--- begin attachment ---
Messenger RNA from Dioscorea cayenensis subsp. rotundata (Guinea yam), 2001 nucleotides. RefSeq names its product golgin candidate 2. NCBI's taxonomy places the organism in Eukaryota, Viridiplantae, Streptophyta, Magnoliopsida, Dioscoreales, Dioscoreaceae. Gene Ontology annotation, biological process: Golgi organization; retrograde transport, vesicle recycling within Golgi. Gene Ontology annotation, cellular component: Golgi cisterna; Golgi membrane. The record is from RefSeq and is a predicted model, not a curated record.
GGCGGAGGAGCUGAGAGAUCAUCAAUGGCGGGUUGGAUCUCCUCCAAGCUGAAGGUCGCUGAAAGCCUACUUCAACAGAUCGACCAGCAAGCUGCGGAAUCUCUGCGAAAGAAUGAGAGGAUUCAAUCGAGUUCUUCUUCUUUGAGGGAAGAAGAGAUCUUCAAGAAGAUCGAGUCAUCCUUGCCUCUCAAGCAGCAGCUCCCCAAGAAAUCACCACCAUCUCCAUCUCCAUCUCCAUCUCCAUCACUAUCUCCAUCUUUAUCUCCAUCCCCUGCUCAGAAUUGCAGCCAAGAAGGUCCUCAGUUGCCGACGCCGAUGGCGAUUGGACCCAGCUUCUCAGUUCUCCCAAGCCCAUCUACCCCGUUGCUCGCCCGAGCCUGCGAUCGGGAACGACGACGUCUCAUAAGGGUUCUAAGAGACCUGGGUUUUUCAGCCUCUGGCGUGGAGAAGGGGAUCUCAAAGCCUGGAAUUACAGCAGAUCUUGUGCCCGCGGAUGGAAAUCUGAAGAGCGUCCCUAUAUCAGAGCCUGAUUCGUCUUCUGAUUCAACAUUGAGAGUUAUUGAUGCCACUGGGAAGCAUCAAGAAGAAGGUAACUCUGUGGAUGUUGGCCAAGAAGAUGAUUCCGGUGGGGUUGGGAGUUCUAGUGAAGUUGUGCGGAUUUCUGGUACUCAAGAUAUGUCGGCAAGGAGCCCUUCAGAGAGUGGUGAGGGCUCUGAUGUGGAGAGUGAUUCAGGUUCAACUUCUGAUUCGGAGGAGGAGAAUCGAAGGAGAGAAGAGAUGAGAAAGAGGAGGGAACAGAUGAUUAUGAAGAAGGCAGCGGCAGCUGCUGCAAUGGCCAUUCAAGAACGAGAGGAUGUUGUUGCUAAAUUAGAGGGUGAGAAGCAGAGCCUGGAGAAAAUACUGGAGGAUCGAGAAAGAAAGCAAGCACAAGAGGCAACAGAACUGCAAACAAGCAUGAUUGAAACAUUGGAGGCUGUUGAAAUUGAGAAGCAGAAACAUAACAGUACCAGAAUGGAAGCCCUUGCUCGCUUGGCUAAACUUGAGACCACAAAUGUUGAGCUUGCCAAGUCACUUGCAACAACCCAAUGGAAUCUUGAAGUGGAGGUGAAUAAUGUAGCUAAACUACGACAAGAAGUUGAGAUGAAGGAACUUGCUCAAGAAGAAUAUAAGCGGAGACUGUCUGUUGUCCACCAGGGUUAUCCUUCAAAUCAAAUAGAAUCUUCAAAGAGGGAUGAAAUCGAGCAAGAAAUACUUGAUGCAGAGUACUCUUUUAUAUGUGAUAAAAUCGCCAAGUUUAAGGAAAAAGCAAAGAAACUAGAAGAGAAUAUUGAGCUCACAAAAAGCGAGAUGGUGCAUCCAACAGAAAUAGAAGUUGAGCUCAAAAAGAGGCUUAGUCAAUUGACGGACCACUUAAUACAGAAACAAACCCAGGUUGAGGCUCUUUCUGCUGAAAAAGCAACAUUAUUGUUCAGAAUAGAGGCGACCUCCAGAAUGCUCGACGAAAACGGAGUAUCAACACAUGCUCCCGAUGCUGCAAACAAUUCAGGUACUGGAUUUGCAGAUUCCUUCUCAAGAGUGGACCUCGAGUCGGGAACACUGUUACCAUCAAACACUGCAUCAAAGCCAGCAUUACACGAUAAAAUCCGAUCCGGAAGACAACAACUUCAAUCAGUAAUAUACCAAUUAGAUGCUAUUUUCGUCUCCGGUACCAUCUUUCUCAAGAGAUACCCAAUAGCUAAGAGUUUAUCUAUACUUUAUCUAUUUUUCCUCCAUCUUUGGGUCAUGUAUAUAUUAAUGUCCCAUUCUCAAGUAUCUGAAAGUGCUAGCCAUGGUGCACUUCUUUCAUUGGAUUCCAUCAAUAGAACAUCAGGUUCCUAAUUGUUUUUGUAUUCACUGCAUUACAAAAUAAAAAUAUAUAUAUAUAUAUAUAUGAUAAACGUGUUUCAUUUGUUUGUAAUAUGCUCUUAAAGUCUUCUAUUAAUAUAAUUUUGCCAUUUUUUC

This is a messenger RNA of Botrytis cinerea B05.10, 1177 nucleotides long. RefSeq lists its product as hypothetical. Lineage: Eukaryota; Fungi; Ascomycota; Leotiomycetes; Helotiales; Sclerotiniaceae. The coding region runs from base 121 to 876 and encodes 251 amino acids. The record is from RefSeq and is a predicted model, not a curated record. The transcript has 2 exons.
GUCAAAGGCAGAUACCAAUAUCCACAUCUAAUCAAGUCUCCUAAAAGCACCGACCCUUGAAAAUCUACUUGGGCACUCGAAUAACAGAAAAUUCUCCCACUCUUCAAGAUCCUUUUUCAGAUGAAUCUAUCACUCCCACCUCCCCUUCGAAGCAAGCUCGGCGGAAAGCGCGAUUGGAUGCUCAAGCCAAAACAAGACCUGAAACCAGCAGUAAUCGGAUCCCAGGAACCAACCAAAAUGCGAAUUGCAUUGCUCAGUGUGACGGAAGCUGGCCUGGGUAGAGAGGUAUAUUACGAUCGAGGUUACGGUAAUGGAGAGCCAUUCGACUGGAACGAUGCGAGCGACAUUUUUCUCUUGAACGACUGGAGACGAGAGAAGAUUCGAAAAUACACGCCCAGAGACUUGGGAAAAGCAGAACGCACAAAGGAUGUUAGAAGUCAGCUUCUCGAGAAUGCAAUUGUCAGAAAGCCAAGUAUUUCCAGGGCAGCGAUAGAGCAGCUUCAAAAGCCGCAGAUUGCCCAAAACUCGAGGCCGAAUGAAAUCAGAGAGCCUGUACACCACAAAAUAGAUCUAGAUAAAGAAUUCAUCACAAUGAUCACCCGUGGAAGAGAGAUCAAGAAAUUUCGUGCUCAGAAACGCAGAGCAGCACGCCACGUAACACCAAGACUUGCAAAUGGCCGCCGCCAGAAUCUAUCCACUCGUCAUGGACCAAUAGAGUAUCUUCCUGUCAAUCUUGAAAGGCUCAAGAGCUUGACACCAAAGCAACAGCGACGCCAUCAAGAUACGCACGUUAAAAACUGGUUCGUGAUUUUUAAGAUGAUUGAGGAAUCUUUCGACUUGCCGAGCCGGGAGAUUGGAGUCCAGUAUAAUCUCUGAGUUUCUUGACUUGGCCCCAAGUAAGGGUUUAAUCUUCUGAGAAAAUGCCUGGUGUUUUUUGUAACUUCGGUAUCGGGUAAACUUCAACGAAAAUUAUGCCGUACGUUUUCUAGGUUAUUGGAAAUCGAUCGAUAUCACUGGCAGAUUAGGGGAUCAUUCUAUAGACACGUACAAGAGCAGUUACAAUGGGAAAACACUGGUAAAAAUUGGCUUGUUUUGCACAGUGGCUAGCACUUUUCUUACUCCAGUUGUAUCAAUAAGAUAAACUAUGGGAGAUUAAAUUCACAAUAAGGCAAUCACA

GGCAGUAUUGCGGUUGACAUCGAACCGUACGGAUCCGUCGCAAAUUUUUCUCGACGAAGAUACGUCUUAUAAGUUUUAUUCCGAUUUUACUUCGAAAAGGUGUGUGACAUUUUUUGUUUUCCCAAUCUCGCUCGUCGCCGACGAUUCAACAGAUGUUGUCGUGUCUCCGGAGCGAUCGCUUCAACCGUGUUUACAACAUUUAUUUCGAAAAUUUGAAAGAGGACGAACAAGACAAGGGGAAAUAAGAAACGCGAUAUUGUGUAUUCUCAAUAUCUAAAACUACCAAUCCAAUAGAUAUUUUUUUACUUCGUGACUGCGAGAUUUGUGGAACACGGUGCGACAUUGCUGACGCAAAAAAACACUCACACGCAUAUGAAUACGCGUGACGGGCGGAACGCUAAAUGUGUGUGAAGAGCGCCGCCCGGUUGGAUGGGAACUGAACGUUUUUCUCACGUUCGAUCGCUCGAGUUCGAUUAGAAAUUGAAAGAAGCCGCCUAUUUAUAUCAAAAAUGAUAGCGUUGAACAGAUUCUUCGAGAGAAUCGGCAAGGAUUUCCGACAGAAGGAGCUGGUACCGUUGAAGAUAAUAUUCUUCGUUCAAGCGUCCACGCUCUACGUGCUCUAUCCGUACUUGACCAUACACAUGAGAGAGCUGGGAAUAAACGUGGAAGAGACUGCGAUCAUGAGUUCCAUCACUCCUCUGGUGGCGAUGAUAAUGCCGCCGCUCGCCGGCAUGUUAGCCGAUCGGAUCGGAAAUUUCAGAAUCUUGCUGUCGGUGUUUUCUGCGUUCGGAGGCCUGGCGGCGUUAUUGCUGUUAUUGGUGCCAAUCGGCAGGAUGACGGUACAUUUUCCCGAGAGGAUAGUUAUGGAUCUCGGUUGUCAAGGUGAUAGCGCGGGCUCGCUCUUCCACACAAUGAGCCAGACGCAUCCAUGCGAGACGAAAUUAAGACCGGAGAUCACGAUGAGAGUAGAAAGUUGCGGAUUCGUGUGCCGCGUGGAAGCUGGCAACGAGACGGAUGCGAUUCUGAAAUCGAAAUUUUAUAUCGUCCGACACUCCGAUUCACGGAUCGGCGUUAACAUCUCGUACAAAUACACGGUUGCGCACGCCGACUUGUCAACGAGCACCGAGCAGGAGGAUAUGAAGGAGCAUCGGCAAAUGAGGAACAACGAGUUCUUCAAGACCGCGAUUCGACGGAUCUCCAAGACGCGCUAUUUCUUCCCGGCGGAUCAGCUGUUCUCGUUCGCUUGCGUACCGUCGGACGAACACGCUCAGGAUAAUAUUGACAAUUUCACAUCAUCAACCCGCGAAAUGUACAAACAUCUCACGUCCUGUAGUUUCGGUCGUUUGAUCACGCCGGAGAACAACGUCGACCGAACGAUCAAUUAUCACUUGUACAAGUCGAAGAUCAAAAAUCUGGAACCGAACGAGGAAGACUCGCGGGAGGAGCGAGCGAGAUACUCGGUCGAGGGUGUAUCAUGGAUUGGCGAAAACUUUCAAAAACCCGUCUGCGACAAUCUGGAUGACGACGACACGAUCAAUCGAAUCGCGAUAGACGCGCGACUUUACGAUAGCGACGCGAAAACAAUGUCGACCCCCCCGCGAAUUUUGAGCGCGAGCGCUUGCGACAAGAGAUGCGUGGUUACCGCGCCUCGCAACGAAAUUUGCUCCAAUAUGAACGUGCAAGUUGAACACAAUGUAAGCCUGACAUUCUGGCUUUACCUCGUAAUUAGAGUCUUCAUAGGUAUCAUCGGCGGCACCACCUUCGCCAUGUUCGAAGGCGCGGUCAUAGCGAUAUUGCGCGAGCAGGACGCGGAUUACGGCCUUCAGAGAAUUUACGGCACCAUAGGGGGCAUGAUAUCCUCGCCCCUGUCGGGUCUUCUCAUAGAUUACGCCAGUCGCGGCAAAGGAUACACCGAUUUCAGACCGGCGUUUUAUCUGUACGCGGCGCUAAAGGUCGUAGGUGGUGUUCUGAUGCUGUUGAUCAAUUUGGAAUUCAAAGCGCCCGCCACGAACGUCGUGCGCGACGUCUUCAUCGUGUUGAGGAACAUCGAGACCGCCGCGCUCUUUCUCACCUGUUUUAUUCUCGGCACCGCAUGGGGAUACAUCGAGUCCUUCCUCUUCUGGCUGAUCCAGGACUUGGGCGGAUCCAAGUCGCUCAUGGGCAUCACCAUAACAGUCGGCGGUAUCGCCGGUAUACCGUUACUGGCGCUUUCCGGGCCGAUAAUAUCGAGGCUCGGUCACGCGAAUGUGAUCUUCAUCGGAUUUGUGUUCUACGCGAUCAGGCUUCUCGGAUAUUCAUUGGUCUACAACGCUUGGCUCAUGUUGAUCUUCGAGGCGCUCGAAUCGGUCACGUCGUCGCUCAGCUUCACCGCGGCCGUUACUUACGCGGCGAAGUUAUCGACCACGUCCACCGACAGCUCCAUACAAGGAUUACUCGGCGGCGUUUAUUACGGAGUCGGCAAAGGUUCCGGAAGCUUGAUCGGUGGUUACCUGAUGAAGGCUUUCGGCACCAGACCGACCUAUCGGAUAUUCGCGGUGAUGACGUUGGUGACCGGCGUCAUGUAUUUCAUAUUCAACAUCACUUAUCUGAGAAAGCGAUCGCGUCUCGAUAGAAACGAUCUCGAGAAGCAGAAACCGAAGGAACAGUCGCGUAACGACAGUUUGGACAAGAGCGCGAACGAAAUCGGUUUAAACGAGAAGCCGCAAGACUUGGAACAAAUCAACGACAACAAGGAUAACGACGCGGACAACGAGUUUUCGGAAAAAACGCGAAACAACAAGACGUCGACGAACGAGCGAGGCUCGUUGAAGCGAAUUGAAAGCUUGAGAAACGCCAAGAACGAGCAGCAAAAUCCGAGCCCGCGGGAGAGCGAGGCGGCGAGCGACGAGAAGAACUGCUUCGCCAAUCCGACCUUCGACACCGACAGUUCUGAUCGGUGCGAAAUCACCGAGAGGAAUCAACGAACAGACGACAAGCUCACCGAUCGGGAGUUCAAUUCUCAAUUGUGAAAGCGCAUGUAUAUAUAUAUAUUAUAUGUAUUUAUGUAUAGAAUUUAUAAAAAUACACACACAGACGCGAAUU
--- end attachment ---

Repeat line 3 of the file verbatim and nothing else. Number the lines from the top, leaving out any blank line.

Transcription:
This is a messenger RNA of Botrytis cinerea B05.10, 1177 nucleotides long. RefSeq lists its product as hypothetical. Lineage: Eukaryota; Fungi; Ascomycota; Leotiomycetes; Helotiales; Sclerotiniaceae. The coding region runs from base 121 to 876 and encodes 251 amino acids. The record is from RefSeq and is a predicted model, not a curated record. The transcript has 2 exons.